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Global Ubiquitome Profiling Revealed the Roles of Ubiquitinated Proteins in Metabolic Pathways of Tea Leaves in Responding to Drought Stress

Abstract

Drought stress often affects the expression of genes and proteins in tea plants. However, the global profiling of ubiquitinated (Kub) proteins in tea plants remains unearthed. Here, we performed the ubiquitome in tea leaves under drought stress using antibody-based affinity enrichment coupled with LC-MS/MS analysis. In total, 1,409 lysine Kub sites in 781 proteins were identified, of which 14 sites in 12 proteins were up-regulated and 123 sites in 91 proteins down-regulated under drought stress. The identified Kub proteins were mainly located in the cytosol (31%), chloroplast (27%) and nuclear (19%). Moreover, 5 conserved motifs in EKub, EXXXKub, KubD, KubE and KubA were extracted. Several Kub sites in ubiquitin-mediated proteolysis-related proteins, including RGLG2, UBC36, UEV1D, RPN10 and PSMC2, might affect protein degradation and DNA repair. Plenty of Kub proteins related to catechins biosynthesis, including PAL, CHS, CHI and F3H, were positively correlated with each other due to their co-expression and co-localization. Furthermore, some Kub proteins involved in carbohydrate and amino acid metabolism, including FBPase, FBA and GAD1, might promote sucrose, fructose and GABA accumulation in tea leaves under drought stress. Our study preliminarily revealed the global profiling of Kub proteins in metabolic pathways and provided an important resource for further study on the functions of Kub proteins in tea plants.

Introduction

Tea (Camellia sinensis L.), as a kind of moisture loving plant, is always confronted with drought stress throughout its life cycle, and it has developed unique acclimation mechanisms that enhance its tolerance to drought stress1. A large number of drought-inducible genes and proteins in tea plants have been identified by transcriptome and proteome2. Many differentially expressed genes (DEGs) under drought stress were mainly involved in hormone biosynthesis, signal transduction and osmotic adjustment3. Many metabolites of tea leaves under drought stress were significantly decreased, such as catechins, caffeine, theanine, and free amino acids4. Our former study indicated that numerous DEGs were enriched in volatile compounds, flavonoid, theanine biosynthesis pathways and related to leaf senescence. And we found that the ubiquitin-26S proteasome system (UPS) was activated by drought stress5. Another study of proteome in tea leaves under drought stress indicated that plenty of proteins were involved in photosynthesis, sulfur-containing metabolite pathways, phenylpropanoid pathway. And the proteins related to ubiquitin-26S proteasomes were also identified and expressed differentially6. Several studies showed that UPS modulated the protein stability during drought stress. For example, the E3 ligase ZmAIRP4 (Zea mays Abscisic acid-Insensitive RING Protein 4) in Arabidopsis could enhance tolerance to drought stress7. The expression of E3 ligase AtRZF1 (RING Zinc Finger 1) in Arabidopsis was significantly influential in drought sensitive parameters and dehydration stress-related gene expressions8. CaPUB1 (Capsicum annuum Putative U-box protein 1), a hot pepper U-box E3 ligase in rice was more sensitive to water deficit and decreased tolerance to drought stress9.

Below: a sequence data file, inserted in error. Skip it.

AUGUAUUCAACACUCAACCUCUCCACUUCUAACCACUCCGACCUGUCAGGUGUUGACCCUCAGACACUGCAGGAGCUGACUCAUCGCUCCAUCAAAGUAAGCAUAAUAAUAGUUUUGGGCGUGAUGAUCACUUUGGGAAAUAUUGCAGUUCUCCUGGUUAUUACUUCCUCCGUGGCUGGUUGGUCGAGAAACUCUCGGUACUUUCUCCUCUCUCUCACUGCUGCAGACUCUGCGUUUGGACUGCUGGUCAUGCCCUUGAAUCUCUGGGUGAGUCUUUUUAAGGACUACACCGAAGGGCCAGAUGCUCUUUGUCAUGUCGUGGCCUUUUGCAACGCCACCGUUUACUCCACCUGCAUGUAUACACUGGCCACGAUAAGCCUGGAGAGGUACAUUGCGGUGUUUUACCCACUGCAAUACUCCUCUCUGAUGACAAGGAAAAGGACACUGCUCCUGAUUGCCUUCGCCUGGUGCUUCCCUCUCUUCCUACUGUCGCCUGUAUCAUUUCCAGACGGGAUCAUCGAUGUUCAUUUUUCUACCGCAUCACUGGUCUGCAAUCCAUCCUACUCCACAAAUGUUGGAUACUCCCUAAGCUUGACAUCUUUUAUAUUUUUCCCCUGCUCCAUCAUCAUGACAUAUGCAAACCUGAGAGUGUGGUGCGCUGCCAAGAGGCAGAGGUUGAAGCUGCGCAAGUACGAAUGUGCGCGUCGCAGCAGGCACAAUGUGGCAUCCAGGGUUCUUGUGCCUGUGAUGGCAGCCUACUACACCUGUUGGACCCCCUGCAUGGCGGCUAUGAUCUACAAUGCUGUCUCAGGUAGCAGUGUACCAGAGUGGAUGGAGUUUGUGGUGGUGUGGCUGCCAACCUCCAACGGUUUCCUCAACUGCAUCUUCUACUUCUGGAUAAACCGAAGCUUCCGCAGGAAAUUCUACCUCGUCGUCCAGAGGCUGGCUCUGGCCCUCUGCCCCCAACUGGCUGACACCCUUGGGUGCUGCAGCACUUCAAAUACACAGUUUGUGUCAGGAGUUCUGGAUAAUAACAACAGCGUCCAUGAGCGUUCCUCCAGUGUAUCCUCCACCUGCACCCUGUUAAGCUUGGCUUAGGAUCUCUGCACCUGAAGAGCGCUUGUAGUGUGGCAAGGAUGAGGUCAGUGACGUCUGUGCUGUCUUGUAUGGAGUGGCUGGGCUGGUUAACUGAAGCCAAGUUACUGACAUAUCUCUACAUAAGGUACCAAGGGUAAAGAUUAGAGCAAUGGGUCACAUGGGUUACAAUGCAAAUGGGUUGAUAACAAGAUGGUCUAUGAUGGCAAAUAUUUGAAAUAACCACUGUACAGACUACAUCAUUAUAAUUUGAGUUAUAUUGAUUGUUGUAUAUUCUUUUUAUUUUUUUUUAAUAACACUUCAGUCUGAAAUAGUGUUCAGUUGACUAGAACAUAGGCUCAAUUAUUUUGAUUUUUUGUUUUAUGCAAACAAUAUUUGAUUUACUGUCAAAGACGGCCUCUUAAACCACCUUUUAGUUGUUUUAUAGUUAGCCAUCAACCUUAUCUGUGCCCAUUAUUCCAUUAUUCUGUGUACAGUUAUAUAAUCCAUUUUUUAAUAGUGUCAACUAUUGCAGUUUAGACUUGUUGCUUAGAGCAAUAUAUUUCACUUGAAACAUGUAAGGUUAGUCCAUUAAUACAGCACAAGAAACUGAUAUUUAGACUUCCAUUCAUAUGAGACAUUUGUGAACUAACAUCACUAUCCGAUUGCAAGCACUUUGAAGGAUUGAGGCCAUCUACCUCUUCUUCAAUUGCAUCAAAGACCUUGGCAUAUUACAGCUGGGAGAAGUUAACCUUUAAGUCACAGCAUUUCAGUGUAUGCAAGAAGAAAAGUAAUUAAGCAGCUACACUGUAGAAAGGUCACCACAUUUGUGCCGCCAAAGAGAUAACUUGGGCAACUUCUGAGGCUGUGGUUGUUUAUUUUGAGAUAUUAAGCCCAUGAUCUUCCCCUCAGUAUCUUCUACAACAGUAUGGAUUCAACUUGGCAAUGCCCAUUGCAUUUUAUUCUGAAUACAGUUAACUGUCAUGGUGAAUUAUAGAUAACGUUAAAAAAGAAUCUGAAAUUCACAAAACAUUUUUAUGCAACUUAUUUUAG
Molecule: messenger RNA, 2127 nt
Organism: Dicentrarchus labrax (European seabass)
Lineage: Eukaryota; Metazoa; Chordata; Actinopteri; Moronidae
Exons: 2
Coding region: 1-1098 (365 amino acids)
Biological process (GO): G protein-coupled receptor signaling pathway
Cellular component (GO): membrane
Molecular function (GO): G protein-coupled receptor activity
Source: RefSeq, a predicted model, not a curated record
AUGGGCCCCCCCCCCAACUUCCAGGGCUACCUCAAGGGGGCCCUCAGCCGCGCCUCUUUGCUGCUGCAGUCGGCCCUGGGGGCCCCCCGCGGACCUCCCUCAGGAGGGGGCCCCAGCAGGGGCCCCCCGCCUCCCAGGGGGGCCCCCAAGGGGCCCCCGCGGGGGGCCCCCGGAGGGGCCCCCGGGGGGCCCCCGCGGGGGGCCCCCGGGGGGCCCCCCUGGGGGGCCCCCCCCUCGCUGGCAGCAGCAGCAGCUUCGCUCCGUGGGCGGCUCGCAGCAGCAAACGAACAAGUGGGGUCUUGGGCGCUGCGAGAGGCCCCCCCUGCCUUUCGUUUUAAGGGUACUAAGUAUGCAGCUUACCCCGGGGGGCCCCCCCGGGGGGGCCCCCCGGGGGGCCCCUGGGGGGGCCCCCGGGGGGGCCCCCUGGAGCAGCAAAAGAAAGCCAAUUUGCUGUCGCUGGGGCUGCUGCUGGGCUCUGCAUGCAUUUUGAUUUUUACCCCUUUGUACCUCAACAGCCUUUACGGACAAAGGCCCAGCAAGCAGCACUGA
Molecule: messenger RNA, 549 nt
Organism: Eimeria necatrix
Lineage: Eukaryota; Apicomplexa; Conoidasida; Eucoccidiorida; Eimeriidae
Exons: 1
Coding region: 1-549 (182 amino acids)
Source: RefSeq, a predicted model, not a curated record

Ubiquitination can mark proteins for degradation via the proteasome, alter protein subcellular location, affect their activities, and promote or inhibit protein interactions10,11,12. In plants, ubiquitination was associated with DNA damage response, membrane transport and transcriptional regulation, as well took part in enzymatic activity regulation and stress responses13,14. However, the role of ubiquitination in tea plants remains unearthed.

To investigate the possible mechanisms of Kub proteins in tea plants under drought stress, we studied the ubiquitome using antibody-based affinity enrichment coupled with LC-MS/MS analysis. Then, we analyzed the GO, KEGG and PPI of identified Kub proteins. Our study preliminarily revealed the global profiling of Kub proteins in metabolic pathways and provided an important resource for further study on the functions of Kub proteins in tea plants

Results and Discussion

Physiological characterization of tea plants subjected to drought and detection of Kub proteins in tea leaves

To compare the impact of drought stress on physiological and plant responses, tea plants were exposed to drought from 0 h to 96 h. During drought stress, the morphology of tea leaves became wrinkled and shriveled, especially at 96 h. The REC, LWC, Fv/Fm of tea leaves were investigated (Fig. 1), the LWC and Fv/Fm were declined, while REC was increased in drought treatment (DT). The results indicated that drought stress really caused cell dehydration in tea leaves, resulting in damage of membrane and photosynthetic system at physiological level. In order to examine the expression patterns of the Kub proteins in tea leaves under drought stress, we performed Western Blotting Assay (Supplemental Fig. 1). The bands of multiple Kub proteins in control treatment (CK) and DT were detected and all proteins in DT were reduced by long induction of drought stress, suggesting that the Kub proteins in tea leaves were changed dynamically and the lysine-ubiquitinated peptides could be enriched by di-Gly-Lys-specific antibody.

Figure 1
figure1

The morphological and physiological analyses of tea plants under drought stress. (A) The phenotypes of CK and DT, (B) leaf water content (LWC), (C) leaf maximum photochemical quantum yield of PS II (Fv/Fm), and (D) leaf relative electrolyte conductivity (REC) were determined at 5 time-points (0, 24, 48, 72, 96 hours).

The ubiquitome profiles and functional classification of the Kub proteins in tea leaves under drought stress